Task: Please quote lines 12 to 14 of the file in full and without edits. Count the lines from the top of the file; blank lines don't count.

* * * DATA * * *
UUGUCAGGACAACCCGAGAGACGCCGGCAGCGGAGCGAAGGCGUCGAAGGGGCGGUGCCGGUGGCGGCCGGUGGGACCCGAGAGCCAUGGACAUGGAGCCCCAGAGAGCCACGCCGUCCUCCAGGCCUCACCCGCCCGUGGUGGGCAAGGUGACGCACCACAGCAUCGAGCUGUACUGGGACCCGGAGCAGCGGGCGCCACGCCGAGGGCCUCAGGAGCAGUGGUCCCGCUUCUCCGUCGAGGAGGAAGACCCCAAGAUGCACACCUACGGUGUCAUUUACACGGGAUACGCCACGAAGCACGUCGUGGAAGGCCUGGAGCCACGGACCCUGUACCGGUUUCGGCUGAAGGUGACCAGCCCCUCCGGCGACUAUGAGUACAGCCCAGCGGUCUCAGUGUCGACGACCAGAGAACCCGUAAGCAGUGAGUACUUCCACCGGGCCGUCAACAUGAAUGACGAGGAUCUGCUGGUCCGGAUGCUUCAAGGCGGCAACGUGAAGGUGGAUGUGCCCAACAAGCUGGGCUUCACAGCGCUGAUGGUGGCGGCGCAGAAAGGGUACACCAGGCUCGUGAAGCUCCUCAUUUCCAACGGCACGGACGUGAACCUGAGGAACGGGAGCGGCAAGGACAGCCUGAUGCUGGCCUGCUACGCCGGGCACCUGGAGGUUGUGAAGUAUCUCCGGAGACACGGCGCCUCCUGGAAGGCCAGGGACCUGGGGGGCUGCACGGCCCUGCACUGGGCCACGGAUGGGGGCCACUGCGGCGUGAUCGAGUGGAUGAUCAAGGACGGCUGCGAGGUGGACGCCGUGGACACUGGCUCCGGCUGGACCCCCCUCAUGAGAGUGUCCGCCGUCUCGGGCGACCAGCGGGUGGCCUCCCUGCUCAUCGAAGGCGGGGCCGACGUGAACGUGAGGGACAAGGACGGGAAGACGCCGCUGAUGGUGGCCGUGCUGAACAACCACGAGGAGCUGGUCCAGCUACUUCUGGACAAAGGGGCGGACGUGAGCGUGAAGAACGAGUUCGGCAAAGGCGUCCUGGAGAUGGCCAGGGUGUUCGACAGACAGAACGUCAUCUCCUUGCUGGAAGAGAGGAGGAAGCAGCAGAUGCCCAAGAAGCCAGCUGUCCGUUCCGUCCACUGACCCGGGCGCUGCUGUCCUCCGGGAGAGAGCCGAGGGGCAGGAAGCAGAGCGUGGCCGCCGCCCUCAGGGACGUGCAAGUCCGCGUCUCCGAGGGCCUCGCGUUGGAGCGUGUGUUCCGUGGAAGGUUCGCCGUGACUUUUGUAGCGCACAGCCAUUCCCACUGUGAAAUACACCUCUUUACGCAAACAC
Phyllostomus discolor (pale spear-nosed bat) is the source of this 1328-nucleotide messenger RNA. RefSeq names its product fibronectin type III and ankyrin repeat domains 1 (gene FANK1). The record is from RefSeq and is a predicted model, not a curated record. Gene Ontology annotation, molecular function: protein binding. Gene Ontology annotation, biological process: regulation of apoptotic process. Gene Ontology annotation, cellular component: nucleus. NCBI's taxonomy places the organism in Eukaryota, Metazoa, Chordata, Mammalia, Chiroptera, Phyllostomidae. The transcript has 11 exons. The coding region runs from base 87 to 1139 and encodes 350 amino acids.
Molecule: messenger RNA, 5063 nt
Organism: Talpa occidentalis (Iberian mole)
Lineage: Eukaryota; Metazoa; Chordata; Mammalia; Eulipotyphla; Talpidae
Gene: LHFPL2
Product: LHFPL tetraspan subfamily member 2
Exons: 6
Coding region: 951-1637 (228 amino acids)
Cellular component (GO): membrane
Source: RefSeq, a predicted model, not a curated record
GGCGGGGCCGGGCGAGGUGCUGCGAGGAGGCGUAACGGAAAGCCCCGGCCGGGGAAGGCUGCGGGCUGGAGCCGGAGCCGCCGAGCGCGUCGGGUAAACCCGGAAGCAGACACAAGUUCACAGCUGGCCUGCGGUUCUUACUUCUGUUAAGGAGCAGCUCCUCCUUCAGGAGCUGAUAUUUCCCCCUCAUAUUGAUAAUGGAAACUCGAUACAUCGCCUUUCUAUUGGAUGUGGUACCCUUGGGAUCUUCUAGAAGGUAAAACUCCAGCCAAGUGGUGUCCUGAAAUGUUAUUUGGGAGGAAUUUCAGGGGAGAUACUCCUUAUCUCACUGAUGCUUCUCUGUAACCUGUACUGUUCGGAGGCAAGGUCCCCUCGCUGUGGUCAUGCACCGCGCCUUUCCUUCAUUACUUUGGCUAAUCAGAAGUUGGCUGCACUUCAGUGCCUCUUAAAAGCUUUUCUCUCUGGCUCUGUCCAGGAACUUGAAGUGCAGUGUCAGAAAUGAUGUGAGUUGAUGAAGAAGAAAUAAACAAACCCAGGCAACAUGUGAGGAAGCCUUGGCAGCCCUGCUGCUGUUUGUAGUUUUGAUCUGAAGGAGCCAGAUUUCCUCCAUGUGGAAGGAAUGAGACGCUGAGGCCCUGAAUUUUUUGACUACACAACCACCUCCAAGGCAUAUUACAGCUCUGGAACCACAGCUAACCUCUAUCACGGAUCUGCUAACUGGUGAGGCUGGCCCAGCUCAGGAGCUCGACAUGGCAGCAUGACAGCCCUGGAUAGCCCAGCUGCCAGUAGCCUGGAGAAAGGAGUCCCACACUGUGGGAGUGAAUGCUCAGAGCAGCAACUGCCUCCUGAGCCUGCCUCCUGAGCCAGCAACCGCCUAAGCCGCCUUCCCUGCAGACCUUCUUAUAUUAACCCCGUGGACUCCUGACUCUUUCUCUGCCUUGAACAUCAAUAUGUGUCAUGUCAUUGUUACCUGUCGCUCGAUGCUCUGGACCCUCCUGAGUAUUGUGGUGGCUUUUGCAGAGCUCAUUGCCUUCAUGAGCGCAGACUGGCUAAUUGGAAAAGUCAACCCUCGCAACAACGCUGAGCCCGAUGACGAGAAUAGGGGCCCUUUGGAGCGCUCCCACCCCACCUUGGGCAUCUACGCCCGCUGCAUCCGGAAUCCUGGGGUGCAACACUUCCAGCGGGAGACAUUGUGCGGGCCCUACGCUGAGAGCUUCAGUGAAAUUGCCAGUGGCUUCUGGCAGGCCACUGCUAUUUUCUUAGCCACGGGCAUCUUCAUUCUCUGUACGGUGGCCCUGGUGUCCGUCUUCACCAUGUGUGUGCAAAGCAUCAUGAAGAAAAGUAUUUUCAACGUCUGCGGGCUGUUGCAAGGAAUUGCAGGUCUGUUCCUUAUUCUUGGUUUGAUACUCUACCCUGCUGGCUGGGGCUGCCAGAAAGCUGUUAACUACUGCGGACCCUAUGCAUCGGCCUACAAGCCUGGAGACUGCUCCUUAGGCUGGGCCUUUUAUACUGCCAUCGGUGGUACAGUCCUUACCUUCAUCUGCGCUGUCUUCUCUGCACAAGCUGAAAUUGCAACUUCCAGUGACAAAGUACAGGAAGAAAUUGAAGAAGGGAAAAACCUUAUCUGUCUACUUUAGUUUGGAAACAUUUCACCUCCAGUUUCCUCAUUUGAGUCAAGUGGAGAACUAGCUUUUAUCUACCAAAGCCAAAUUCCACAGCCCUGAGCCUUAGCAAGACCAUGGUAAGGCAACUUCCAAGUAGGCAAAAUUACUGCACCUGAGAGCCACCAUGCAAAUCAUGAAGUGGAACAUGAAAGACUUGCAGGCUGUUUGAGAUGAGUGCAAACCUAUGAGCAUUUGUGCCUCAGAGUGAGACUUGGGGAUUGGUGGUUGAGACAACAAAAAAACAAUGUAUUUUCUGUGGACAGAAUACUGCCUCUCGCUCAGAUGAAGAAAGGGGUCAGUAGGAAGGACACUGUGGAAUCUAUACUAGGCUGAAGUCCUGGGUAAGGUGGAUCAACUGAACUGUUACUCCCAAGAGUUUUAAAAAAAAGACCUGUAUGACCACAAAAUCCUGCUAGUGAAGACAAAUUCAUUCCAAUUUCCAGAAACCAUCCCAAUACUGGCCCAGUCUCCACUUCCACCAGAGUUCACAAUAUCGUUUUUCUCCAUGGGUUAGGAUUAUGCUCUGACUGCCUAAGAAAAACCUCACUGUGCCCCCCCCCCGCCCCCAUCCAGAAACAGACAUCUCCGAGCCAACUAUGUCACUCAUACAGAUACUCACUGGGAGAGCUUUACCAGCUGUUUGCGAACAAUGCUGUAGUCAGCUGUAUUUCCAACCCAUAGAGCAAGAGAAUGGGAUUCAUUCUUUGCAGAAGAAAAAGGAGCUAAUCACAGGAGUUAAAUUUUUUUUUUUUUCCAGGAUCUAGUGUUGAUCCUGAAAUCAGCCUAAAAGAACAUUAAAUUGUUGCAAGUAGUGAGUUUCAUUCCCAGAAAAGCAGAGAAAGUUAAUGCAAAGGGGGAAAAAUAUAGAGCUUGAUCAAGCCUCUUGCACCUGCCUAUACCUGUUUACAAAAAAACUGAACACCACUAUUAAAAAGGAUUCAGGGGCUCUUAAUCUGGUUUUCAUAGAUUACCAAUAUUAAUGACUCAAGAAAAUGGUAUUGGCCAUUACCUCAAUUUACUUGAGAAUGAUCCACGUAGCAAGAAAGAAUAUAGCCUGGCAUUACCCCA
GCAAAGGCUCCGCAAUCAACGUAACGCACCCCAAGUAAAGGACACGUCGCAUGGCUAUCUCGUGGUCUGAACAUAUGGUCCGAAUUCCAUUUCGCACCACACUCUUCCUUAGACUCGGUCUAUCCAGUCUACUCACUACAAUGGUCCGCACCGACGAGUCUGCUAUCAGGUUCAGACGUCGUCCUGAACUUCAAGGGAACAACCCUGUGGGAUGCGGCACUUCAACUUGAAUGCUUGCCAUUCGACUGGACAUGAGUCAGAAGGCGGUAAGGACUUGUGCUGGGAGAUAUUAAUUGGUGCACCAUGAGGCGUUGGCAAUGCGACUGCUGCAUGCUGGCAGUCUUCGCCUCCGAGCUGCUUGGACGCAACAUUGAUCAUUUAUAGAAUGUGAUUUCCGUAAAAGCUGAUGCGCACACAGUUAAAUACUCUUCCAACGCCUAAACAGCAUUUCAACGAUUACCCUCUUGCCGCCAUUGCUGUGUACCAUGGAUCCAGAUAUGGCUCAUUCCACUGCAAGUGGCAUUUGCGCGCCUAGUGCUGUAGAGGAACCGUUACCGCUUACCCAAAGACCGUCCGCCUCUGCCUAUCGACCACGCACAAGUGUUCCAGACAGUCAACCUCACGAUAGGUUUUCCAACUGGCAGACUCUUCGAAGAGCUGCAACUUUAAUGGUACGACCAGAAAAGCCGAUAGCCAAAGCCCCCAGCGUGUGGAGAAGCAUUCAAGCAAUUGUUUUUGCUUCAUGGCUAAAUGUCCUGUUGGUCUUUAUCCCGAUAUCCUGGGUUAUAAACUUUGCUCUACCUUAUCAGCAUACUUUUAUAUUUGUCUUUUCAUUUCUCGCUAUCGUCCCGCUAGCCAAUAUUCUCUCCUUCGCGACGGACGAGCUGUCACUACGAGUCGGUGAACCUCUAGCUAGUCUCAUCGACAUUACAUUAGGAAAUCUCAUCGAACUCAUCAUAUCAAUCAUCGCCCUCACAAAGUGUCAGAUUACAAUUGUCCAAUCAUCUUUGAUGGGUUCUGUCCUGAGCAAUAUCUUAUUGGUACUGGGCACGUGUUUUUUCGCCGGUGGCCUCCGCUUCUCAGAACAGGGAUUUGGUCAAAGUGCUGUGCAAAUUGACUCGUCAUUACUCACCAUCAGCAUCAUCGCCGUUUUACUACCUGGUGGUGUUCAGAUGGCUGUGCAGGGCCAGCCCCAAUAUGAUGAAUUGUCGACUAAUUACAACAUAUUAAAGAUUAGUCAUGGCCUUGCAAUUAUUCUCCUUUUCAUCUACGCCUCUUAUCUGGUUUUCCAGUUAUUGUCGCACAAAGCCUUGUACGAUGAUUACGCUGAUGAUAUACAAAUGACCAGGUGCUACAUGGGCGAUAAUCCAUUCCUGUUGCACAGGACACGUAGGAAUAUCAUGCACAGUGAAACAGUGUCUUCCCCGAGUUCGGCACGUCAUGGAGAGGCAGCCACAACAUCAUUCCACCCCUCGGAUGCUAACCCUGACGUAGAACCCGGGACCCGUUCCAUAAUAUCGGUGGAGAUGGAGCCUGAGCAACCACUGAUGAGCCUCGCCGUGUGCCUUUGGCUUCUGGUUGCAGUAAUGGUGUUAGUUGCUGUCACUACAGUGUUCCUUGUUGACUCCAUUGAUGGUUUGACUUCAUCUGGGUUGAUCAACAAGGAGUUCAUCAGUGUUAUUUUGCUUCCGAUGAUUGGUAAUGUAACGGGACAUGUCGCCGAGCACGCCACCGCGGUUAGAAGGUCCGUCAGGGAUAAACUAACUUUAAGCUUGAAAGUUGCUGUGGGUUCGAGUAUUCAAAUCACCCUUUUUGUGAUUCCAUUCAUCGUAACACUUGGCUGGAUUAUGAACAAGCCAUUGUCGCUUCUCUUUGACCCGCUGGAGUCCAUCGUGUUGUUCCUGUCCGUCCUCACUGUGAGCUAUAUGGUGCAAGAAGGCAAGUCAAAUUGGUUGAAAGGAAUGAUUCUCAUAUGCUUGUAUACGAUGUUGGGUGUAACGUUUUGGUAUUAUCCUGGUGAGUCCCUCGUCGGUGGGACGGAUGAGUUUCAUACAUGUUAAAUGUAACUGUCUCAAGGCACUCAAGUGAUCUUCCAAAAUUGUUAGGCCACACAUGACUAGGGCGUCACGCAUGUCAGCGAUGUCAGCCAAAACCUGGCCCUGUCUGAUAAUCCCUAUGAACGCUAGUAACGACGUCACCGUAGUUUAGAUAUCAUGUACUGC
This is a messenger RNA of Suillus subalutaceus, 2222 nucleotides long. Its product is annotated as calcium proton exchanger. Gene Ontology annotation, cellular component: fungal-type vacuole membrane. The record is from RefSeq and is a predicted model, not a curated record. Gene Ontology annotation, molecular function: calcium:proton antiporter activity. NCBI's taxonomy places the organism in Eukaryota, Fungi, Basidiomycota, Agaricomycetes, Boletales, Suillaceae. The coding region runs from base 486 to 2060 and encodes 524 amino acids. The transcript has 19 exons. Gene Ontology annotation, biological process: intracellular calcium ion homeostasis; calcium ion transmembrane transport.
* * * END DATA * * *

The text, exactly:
GGCGGGGCCGGGCGAGGUGCUGCGAGGAGGCGUAACGGAAAGCCCCGGCCGGGGAAGGCUGCGGGCUGGAGCCGGAGCCGCCGAGCGCGUCGGGUAAACCCGGAAGCAGACACAAGUUCACAGCUGGCCUGCGGUUCUUACUUCUGUUAAGGAGCAGCUCCUCCUUCAGGAGCUGAUAUUUCCCCCUCAUAUUGAUAAUGGAAACUCGAUACAUCGCCUUUCUAUUGGAUGUGGUACCCUUGGGAUCUUCUAGAAGGUAAAACUCCAGCCAAGUGGUGUCCUGAAAUGUUAUUUGGGAGGAAUUUCAGGGGAGAUACUCCUUAUCUCACUGAUGCUUCUCUGUAACCUGUACUGUUCGGAGGCAAGGUCCCCUCGCUGUGGUCAUGCACCGCGCCUUUCCUUCAUUACUUUGGCUAAUCAGAAGUUGGCUGCACUUCAGUGCCUCUUAAAAGCUUUUCUCUCUGGCUCUGUCCAGGAACUUGAAGUGCAGUGUCAGAAAUGAUGUGAGUUGAUGAAGAAGAAAUAAACAAACCCAGGCAACAUGUGAGGAAGCCUUGGCAGCCCUGCUGCUGUUUGUAGUUUUGAUCUGAAGGAGCCAGAUUUCCUCCAUGUGGAAGGAAUGAGACGCUGAGGCCCUGAAUUUUUUGACUACACAACCACCUCCAAGGCAUAUUACAGCUCUGGAACCACAGCUAACCUCUAUCACGGAUCUGCUAACUGGUGAGGCUGGCCCAGCUCAGGAGCUCGACAUGGCAGCAUGACAGCCCUGGAUAGCCCAGCUGCCAGUAGCCUGGAGAAAGGAGUCCCACACUGUGGGAGUGAAUGCUCAGAGCAGCAACUGCCUCCUGAGCCUGCCUCCUGAGCCAGCAACCGCCUAAGCCGCCUUCCCUGCAGACCUUCUUAUAUUAACCCCGUGGACUCCUGACUCUUUCUCUGCCUUGAACAUCAAUAUGUGUCAUGUCAUUGUUACCUGUCGCUCGAUGCUCUGGACCCUCCUGAGUAUUGUGGUGGCUUUUGCAGAGCUCAUUGCCUUCAUGAGCGCAGACUGGCUAAUUGGAAAAGUCAACCCUCGCAACAACGCUGAGCCCGAUGACGAGAAUAGGGGCCCUUUGGAGCGCUCCCACCCCACCUUGGGCAUCUACGCCCGCUGCAUCCGGAAUCCUGGGGUGCAACACUUCCAGCGGGAGACAUUGUGCGGGCCCUACGCUGAGAGCUUCAGUGAAAUUGCCAGUGGCUUCUGGCAGGCCACUGCUAUUUUCUUAGCCACGGGCAUCUUCAUUCUCUGUACGGUGGCCCUGGUGUCCGUCUUCACCAUGUGUGUGCAAAGCAUCAUGAAGAAAAGUAUUUUCAACGUCUGCGGGCUGUUGCAAGGAAUUGCAGGUCUGUUCCUUAUUCUUGGUUUGAUACUCUACCCUGCUGGCUGGGGCUGCCAGAAAGCUGUUAACUACUGCGGACCCUAUGCAUCGGCCUACAAGCCUGGAGACUGCUCCUUAGGCUGGGCCUUUUAUACUGCCAUCGGUGGUACAGUCCUUACCUUCAUCUGCGCUGUCUUCUCUGCACAAGCUGAAAUUGCAACUUCCAGUGACAAAGUACAGGAAGAAAUUGAAGAAGGGAAAAACCUUAUCUGUCUACUUUAGUUUGGAAACAUUUCACCUCCAGUUUCCUCAUUUGAGUCAAGUGGAGAACUAGCUUUUAUCUACCAAAGCCAAAUUCCACAGCCCUGAGCCUUAGCAAGACCAUGGUAAGGCAACUUCCAAGUAGGCAAAAUUACUGCACCUGAGAGCCACCAUGCAAAUCAUGAAGUGGAACAUGAAAGACUUGCAGGCUGUUUGAGAUGAGUGCAAACCUAUGAGCAUUUGUGCCUCAGAGUGAGACUUGGGGAUUGGUGGUUGAGACAACAAAAAAACAAUGUAUUUUCUGUGGACAGAAUACUGCCUCUCGCUCAGAUGAAGAAAGGGGUCAGUAGGAAGGACACUGUGGAAUCUAUACUAGGCUGAAGUCCUGGGUAAGGUGGAUCAACUGAACUGUUACUCCCAAGAGUUUUAAAAAAAAGACCUGUAUGACCACAAAAUCCUGCUAGUGAAGACAAAUUCAUUCCAAUUUCCAGAAACCAUCCCAAUACUGGCCCAGUCUCCACUUCCACCAGAGUUCACAAUAUCGUUUUUCUCCAUGGGUUAGGAUUAUGCUCUGACUGCCUAAGAAAAACCUCACUGUGCCCCCCCCCCGCCCCCAUCCAGAAACAGACAUCUCCGAGCCAACUAUGUCACUCAUACAGAUACUCACUGGGAGAGCUUUACCAGCUGUUUGCGAACAAUGCUGUAGUCAGCUGUAUUUCCAACCCAUAGAGCAAGAGAAUGGGAUUCAUUCUUUGCAGAAGAAAAAGGAGCUAAUCACAGGAGUUAAAUUUUUUUUUUUUUCCAGGAUCUAGUGUUGAUCCUGAAAUCAGCCUAAAAGAACAUUAAAUUGUUGCAAGUAGUGAGUUUCAUUCCCAGAAAAGCAGAGAAAGUUAAUGCAAAGGGGGAAAAAUAUAGAGCUUGAUCAAGCCUCUUGCACCUGCCUAUACCUGUUUACAAAAAAACUGAACACCACUAUUAAAAAGGAUUCAGGGGCUCUUAAUCUGGUUUUCAUAGAUUACCAAUAUUAAUGACUCAAGAAAAUGGUAUUGGCCAUUACCUCAAUUUACUUGAGAAUGAUCCACGUAGCAAGAAAGAAUAUAGCCUGGCAUUACCCCA
GCAAAGGCUCCGCAAUCAACGUAACGCACCCCAAGUAAAGGACACGUCGCAUGGCUAUCUCGUGGUCUGAACAUAUGGUCCGAAUUCCAUUUCGCACCACACUCUUCCUUAGACUCGGUCUAUCCAGUCUACUCACUACAAUGGUCCGCACCGACGAGUCUGCUAUCAGGUUCAGACGUCGUCCUGAACUUCAAGGGAACAACCCUGUGGGAUGCGGCACUUCAACUUGAAUGCUUGCCAUUCGACUGGACAUGAGUCAGAAGGCGGUAAGGACUUGUGCUGGGAGAUAUUAAUUGGUGCACCAUGAGGCGUUGGCAAUGCGACUGCUGCAUGCUGGCAGUCUUCGCCUCCGAGCUGCUUGGACGCAACAUUGAUCAUUUAUAGAAUGUGAUUUCCGUAAAAGCUGAUGCGCACACAGUUAAAUACUCUUCCAACGCCUAAACAGCAUUUCAACGAUUACCCUCUUGCCGCCAUUGCUGUGUACCAUGGAUCCAGAUAUGGCUCAUUCCACUGCAAGUGGCAUUUGCGCGCCUAGUGCUGUAGAGGAACCGUUACCGCUUACCCAAAGACCGUCCGCCUCUGCCUAUCGACCACGCACAAGUGUUCCAGACAGUCAACCUCACGAUAGGUUUUCCAACUGGCAGACUCUUCGAAGAGCUGCAACUUUAAUGGUACGACCAGAAAAGCCGAUAGCCAAAGCCCCCAGCGUGUGGAGAAGCAUUCAAGCAAUUGUUUUUGCUUCAUGGCUAAAUGUCCUGUUGGUCUUUAUCCCGAUAUCCUGGGUUAUAAACUUUGCUCUACCUUAUCAGCAUACUUUUAUAUUUGUCUUUUCAUUUCUCGCUAUCGUCCCGCUAGCCAAUAUUCUCUCCUUCGCGACGGACGAGCUGUCACUACGAGUCGGUGAACCUCUAGCUAGUCUCAUCGACAUUACAUUAGGAAAUCUCAUCGAACUCAUCAUAUCAAUCAUCGCCCUCACAAAGUGUCAGAUUACAAUUGUCCAAUCAUCUUUGAUGGGUUCUGUCCUGAGCAAUAUCUUAUUGGUACUGGGCACGUGUUUUUUCGCCGGUGGCCUCCGCUUCUCAGAACAGGGAUUUGGUCAAAGUGCUGUGCAAAUUGACUCGUCAUUACUCACCAUCAGCAUCAUCGCCGUUUUACUACCUGGUGGUGUUCAGAUGGCUGUGCAGGGCCAGCCCCAAUAUGAUGAAUUGUCGACUAAUUACAACAUAUUAAAGAUUAGUCAUGGCCUUGCAAUUAUUCUCCUUUUCAUCUACGCCUCUUAUCUGGUUUUCCAGUUAUUGUCGCACAAAGCCUUGUACGAUGAUUACGCUGAUGAUAUACAAAUGACCAGGUGCUACAUGGGCGAUAAUCCAUUCCUGUUGCACAGGACACGUAGGAAUAUCAUGCACAGUGAAACAGUGUCUUCCCCGAGUUCGGCACGUCAUGGAGAGGCAGCCACAACAUCAUUCCACCCCUCGGAUGCUAACCCUGACGUAGAACCCGGGACCCGUUCCAUAAUAUCGGUGGAGAUGGAGCCUGAGCAACCACUGAUGAGCCUCGCCGUGUGCCUUUGGCUUCUGGUUGCAGUAAUGGUGUUAGUUGCUGUCACUACAGUGUUCCUUGUUGACUCCAUUGAUGGUUUGACUUCAUCUGGGUUGAUCAACAAGGAGUUCAUCAGUGUUAUUUUGCUUCCGAUGAUUGGUAAUGUAACGGGACAUGUCGCCGAGCACGCCACCGCGGUUAGAAGGUCCGUCAGGGAUAAACUAACUUUAAGCUUGAAAGUUGCUGUGGGUUCGAGUAUUCAAAUCACCCUUUUUGUGAUUCCAUUCAUCGUAACACUUGGCUGGAUUAUGAACAAGCCAUUGUCGCUUCUCUUUGACCCGCUGGAGUCCAUCGUGUUGUUCCUGUCCGUCCUCACUGUGAGCUAUAUGGUGCAAGAAGGCAAGUCAAAUUGGUUGAAAGGAAUGAUUCUCAUAUGCUUGUAUACGAUGUUGGGUGUAACGUUUUGGUAUUAUCCUGGUGAGUCCCUCGUCGGUGGGACGGAUGAGUUUCAUACAUGUUAAAUGUAACUGUCUCAAGGCACUCAAGUGAUCUUCCAAAAUUGUUAGGCCACACAUGACUAGGGCGUCACGCAUGUCAGCGAUGUCAGCCAAAACCUGGCCCUGUCUGAUAAUCCCUAUGAACGCUAGUAACGACGUCACCGUAGUUUAGAUAUCAUGUACUGC
This is a messenger RNA of Suillus subalutaceus, 2222 nucleotides long. Its product is annotated as calcium proton exchanger. Gene Ontology annotation, cellular component: fungal-type vacuole membrane. The record is from RefSeq and is a predicted model, not a curated record. Gene Ontology annotation, molecular function: calcium:proton antiporter activity. NCBI's taxonomy places the organism in Eukaryota, Fungi, Basidiomycota, Agaricomycetes, Boletales, Suillaceae. The coding region runs from base 486 to 2060 and encodes 524 amino acids. The transcript has 19 exons. Gene Ontology annotation, biological process: intracellular calcium ion homeostasis; calcium ion transmembrane transport.